RadarOnline.com has obtained the five-page heart-wrenching victim impact statement Andrea Constand penned for the judge to consider as he readies to sentence Bill Cosby for sexual assault.
Constand started the letter by explaining how before Cosby violated her in 2004 she was 30 years old and a "fit, confident athlete."
"I knew who I was and I liked who I was," she wrote. "I was at the top of my game."
However, she continued, when her "mentor" and "friend" Cosby drugged and sexually assaulted her she quickly fell apart.
"Instead of being able to run jump and pretty much do anything I wanted physically, during the assault I was paralyzed and completely helpless," she revealed. "I could not move my arms or legs. I couldn't speak or even remain conscious. I was completely vulnerable, and powerless to protect myself."
Constand said her situation only got worse after the crime was committed.
"I wasn't sure what had actually happened but the pain spoke volumes," she wrote. "The shame was overwhelming. Self-doubt and confusion kept me from turning to my family or friends as I normally did. I felt completely alone, unable to trust anyone, including myself."
In the months that followed, Constand noted she "couldn't talk, eat, sleep or socialize," and she became totally isolated.
When she finally got up the nerve to report the assault, she wrote, "The response from Mr. Cosby's legal team was swift and furious. It was meant to frighten and intimidate and it worked."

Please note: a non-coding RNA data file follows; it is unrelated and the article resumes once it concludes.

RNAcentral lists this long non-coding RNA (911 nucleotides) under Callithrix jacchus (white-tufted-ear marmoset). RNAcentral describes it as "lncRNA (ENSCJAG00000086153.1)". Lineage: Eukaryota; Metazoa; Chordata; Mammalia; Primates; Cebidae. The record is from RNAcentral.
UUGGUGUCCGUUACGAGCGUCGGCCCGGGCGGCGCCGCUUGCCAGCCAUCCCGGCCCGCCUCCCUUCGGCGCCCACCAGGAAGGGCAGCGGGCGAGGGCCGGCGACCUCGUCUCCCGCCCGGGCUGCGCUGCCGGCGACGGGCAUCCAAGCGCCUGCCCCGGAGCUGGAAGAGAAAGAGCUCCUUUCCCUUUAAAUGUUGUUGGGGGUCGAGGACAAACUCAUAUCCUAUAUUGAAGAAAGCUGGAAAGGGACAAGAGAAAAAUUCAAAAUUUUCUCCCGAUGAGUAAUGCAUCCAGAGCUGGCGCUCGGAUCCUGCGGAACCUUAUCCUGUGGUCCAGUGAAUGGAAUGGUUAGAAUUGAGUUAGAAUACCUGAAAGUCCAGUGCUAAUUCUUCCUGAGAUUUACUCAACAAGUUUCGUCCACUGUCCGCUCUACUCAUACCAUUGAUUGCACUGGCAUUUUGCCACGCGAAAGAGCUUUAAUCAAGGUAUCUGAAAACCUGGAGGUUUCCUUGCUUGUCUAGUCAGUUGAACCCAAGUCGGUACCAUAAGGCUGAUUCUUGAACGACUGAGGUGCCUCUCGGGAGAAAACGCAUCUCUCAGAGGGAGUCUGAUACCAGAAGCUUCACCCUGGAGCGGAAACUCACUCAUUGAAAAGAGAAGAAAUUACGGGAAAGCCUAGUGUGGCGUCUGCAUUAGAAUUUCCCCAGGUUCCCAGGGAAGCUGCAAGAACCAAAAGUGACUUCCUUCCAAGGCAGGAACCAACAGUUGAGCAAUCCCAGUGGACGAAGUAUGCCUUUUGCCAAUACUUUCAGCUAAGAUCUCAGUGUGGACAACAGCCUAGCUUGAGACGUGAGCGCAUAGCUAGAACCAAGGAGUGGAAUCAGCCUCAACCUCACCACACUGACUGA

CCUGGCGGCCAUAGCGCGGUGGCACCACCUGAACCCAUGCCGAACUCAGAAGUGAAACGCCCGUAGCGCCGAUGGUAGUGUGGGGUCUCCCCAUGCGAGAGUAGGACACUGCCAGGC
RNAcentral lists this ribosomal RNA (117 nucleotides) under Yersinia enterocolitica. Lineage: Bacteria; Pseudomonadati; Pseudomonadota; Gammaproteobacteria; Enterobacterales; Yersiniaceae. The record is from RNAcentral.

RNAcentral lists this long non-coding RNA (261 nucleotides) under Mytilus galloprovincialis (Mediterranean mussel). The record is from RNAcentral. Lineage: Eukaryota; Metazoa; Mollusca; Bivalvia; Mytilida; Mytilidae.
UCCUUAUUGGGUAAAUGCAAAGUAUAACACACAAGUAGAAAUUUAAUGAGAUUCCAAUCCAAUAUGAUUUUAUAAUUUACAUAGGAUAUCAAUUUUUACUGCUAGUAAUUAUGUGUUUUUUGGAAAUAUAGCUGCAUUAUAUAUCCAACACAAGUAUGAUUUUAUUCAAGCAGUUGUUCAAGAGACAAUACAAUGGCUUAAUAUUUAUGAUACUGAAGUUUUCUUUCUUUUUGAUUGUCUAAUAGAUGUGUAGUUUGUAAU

"They psychological, emotional and financial bullying included a slander campaign in the media that left my entire family reeling in shock and disbelief."
But reliving the sexual assault during depositions for Cosby's lawyers was even worse.
"I felt traumatized all over again and was often in tears," Constand noted in her statement. "I had to watch Cosby make jokes and attempt to degrade and diminish me, while his lawyers belittled and sneered at me. It deepened my sense of shame and helplessness, and at the end of each day, I felt emotionally drained and exhausted."
Even after the case was closed with a settlement, sealed testimony and a non-disclosure agreement, continued Constand, "the attacks on my character continued."
"I still didn't know that the sexual assault was just the tip of the iceberg," she wrote.
Constand wondered in her victim impact statement why "the burden of being the sole witness in two criminal trials" had to fall on her.
"The pressure was enormous," she revealed.
Still, Constand persevered and now, though "we may never know the full extend of Cosby's double life as a sexual predator but his decades-long reign of terror as a serial rapist is over."
Her struggle, however, only continues.
"I know now that I am one of the lucky ones. But still, when the sexual assault happened, I was a young woman brimming with confidence and looking forward to a future bright with possibilities," explained Constand, 45.
"Now, almost 15 years later, I'm a middle-aged woman who's been stuck in a holding pattern for most of her adult life, unable to heal fully or to move forward."
"Bill Cosby took my beautiful, healthy young spirit and crushed it. He robbed me of my health and vitality, my open nature, and my trust in myself and others."
Now that the trial is behind her, Constand is trying to take "a step in the right direction: away from a very dark and lonely place, toward the person I was before all this happened."
"Instead of looking back, I am looking forward to looking forward," she ended her statement. "I want to get to the place where the person I was meant to be gets a second chance. I know that I still have room to grow."
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